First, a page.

Gibraltar is also following in England’s footsteps, as a review of the 2009 Act is currently underway, with the intention of bringing in a similar legislative amendment to allow for remote witnessing of wills via videoconferencing methods. It will be interesting to see how closely Gibraltar follows England in this regard. For now, however, until any amendment takes effect, ‘presence’ for the purpose of witnessing Gibraltar wills must still be physical so any Gibraltar will that is purportedly witnessed by video will be invalid.
In addition to the above formalities (and as with English wills) in order for a Gibraltar will to be valid:
- the testator must have testamentary capacity at the time;2
- the testator must know of and approve the contents of the will;
- the testator must not have been unduly influenced into executing the will; and
- the will must not be forged.
A Gibraltar will may apply to the testator’s worldwide assets, although it is often advisable to have individual wills for each jurisdiction in which assets are held.
Failing gifts and revocation
Gibraltar wills are subject to the same regime as English wills on the issue of failing gifts and revocation, namely:
- Testamentary gifts to an attesting witness or to the spouse of that witness are void.
- Where a testator divorces or has their marriage or civil partnership annulled after executing a will, any gifts under that will to their spouse will lapse. If the will appoints that spouse as executor or trustee, that appointment will not take effect (unless the will indicates a contrary intention).
- Where a child or more remote issue is a beneficiary but predeceases the testator, leaving their own descendants who are alive at the time of the testator’s death, the relevant gift will pass to those descendants in equal shares (unless the will indicates a contrary intention).
- A Gibraltar will is revoked where the testator:
- subsequently marries or enters into a civil partnership (unless the will was made in the contemplation of that marriage or civil partnership);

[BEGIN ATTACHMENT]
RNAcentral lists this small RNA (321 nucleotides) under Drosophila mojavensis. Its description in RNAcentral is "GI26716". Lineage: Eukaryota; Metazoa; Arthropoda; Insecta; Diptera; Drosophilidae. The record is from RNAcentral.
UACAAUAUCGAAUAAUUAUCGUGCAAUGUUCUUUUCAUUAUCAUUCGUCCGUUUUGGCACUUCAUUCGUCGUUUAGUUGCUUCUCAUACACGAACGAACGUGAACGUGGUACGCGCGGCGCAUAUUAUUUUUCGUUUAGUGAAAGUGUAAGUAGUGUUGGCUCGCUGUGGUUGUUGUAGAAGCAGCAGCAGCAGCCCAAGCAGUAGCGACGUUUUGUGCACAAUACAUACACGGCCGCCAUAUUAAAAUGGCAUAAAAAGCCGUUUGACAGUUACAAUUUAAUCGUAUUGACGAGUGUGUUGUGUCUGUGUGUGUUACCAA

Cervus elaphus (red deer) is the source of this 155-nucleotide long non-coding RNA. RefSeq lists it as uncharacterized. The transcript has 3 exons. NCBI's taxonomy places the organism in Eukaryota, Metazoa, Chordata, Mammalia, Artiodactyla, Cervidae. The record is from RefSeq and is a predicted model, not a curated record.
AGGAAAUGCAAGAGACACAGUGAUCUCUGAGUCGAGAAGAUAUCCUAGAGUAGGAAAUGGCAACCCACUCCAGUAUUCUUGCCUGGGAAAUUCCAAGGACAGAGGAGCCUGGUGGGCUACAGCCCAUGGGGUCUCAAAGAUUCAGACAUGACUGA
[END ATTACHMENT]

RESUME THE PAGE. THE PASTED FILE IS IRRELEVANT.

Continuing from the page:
- intentionally destroys the will;
- makes a new will (or codicil) that expressly revokes a previous will; or
- makes a written declaration stating their wish to revoke the will.
Claims for reasonable financial provision
Notwithstanding the principle of testamentary freedom, if a person dies domiciled in Gibraltar, the estate is vulnerable to a claim for reasonable financial provision where the will (or, in its absence, the intestacy rules) fails to provide this. Those eligible to make a claim under the Inheritance (Provision for Family and Dependants) Act 1977 (the 1977 Act), which essentially adopts the same provisions as its English namesake of 1975, include the deceased’s spouse, former spouse who has not remarried, child, any person treated as a child of the family or any person who immediately before the deceased’s death was being maintained by the deceased. Except with the permission of the court, the claim must be made within six months from the date on which the grant of representation is taken out by the personal representatives.
If the claim succeeds, the court has the power to make various orders, including for a lump sum or periodical payments to be paid out of the estate, or for a property held in the estate to be transferred, to the successful claimant. Such claims can delay the administration of the estate and, if successful, can significantly deplete its value. Accordingly, it is always advisable for a testator to prepare a letter of wishes alongside their will, especially where the testator leaves little or nothing under their will to those who might otherwise have the right under the 1977 Act to seek reasonable financial provision.